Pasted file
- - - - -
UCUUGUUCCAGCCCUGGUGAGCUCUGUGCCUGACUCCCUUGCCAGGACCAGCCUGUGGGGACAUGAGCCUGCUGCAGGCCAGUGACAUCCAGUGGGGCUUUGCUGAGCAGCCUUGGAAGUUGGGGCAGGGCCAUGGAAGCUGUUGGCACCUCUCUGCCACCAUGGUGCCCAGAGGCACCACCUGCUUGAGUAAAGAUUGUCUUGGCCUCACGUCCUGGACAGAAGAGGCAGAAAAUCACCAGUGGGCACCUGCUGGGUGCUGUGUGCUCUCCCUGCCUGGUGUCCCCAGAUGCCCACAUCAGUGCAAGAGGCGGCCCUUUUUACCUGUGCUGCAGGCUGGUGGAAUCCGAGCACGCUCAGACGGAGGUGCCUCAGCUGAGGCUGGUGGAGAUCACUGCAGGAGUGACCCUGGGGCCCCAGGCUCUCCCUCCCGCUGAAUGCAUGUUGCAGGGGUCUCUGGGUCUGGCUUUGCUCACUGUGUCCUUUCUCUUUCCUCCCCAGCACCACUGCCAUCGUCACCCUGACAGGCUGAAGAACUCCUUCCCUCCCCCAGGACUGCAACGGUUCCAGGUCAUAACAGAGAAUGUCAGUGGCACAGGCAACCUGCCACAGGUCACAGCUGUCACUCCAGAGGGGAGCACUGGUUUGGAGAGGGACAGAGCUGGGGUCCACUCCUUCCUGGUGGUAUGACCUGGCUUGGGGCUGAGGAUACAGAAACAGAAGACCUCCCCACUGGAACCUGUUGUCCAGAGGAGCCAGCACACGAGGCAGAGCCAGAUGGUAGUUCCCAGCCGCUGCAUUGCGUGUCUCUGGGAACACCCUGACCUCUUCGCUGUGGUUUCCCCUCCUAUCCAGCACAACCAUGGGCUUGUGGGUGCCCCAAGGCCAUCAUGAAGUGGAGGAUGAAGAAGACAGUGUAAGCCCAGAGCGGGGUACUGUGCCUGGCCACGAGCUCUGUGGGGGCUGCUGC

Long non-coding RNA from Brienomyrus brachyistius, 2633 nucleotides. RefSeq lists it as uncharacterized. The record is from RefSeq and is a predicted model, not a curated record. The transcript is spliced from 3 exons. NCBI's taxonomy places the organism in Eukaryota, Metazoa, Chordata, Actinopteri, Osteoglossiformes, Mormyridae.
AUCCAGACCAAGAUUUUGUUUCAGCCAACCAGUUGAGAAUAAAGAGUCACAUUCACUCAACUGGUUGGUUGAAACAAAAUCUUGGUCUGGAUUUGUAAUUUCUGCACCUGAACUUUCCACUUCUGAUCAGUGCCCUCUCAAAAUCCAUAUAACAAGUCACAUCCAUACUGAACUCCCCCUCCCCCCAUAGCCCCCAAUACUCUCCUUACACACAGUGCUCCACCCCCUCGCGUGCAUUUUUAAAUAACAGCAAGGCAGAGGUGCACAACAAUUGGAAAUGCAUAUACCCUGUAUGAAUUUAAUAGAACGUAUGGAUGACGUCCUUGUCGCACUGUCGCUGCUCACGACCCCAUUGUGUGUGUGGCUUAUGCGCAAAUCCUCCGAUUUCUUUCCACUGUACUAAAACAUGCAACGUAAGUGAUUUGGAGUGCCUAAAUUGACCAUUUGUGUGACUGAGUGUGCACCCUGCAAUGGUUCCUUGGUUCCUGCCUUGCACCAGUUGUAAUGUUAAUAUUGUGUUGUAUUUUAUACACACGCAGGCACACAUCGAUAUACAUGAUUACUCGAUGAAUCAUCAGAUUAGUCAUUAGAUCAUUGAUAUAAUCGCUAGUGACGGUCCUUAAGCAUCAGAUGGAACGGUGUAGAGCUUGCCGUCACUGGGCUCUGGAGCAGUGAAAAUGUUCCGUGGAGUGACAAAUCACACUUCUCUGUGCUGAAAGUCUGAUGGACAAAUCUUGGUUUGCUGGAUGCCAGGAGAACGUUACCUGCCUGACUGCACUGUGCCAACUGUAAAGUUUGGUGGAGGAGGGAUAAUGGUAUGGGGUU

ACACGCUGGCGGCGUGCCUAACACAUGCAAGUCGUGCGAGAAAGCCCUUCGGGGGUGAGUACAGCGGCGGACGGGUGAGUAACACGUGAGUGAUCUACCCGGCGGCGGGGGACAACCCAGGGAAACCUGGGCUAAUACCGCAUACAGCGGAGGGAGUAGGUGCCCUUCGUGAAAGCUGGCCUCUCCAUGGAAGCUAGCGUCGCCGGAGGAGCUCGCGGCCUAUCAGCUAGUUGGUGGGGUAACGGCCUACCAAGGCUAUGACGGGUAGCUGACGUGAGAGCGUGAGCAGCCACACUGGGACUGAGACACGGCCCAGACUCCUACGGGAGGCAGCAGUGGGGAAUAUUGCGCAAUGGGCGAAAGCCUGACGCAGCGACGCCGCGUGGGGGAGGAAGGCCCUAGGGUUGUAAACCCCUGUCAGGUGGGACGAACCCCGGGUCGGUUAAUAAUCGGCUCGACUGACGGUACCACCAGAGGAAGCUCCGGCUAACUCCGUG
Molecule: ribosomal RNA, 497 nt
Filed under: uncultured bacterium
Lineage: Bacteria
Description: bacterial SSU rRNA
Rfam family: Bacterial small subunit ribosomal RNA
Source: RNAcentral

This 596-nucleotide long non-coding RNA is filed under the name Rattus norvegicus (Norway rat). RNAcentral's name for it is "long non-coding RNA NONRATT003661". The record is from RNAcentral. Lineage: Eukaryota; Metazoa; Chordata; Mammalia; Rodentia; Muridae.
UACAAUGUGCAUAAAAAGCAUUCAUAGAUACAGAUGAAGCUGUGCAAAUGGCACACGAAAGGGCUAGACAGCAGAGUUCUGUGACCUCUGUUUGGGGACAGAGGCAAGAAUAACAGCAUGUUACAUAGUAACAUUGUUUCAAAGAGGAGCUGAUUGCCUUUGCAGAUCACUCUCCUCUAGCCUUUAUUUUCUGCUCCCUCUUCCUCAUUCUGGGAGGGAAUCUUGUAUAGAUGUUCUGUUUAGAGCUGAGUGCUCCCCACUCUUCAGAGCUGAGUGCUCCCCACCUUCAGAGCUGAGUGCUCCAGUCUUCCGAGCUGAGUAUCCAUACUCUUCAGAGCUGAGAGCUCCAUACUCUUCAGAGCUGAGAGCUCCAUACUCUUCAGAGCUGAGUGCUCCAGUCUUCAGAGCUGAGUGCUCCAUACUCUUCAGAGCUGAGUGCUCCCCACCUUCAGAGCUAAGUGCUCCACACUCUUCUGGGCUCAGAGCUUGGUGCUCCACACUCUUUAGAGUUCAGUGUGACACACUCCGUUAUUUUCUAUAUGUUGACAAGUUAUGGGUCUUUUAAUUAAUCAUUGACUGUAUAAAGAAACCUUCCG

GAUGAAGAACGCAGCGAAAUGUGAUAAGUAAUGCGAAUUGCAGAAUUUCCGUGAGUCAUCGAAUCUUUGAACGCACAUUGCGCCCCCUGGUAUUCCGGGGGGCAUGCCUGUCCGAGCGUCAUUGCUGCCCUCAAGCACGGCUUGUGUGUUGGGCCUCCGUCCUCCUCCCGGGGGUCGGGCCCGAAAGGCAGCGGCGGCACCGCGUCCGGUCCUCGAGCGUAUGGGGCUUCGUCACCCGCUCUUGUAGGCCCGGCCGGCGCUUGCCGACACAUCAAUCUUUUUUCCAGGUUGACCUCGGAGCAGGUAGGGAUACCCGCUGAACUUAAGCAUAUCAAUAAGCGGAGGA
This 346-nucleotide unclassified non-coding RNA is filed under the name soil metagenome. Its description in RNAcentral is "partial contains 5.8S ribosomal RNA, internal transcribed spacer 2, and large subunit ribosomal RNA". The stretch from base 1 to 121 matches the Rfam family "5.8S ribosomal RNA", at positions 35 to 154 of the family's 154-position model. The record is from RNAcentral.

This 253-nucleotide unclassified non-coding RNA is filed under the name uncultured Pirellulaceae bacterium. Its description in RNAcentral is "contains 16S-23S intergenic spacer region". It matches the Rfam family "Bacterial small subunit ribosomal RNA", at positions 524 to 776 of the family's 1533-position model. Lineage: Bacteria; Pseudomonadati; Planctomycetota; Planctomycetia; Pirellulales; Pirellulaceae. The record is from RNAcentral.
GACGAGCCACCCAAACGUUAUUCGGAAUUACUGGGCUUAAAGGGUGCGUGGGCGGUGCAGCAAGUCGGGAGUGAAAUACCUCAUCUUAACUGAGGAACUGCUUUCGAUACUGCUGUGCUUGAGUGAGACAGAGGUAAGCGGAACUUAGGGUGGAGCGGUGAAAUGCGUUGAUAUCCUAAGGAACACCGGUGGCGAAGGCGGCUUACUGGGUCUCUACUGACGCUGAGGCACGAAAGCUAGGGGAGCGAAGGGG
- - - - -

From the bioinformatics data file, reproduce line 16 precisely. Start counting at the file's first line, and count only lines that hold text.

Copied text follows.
GACGAGCCACCCAAACGUUAUUCGGAAUUACUGGGCUUAAAGGGUGCGUGGGCGGUGCAGCAAGUCGGGAGUGAAAUACCUCAUCUUAACUGAGGAACUGCUUUCGAUACUGCUGUGCUUGAGUGAGACAGAGGUAAGCGGAACUUAGGGUGGAGCGGUGAAAUGCGUUGAUAUCCUAAGGAACACCGGUGGCGAAGGCGGCUUACUGGGUCUCUACUGACGCUGAGGCACGAAAGCUAGGGGAGCGAAGGGG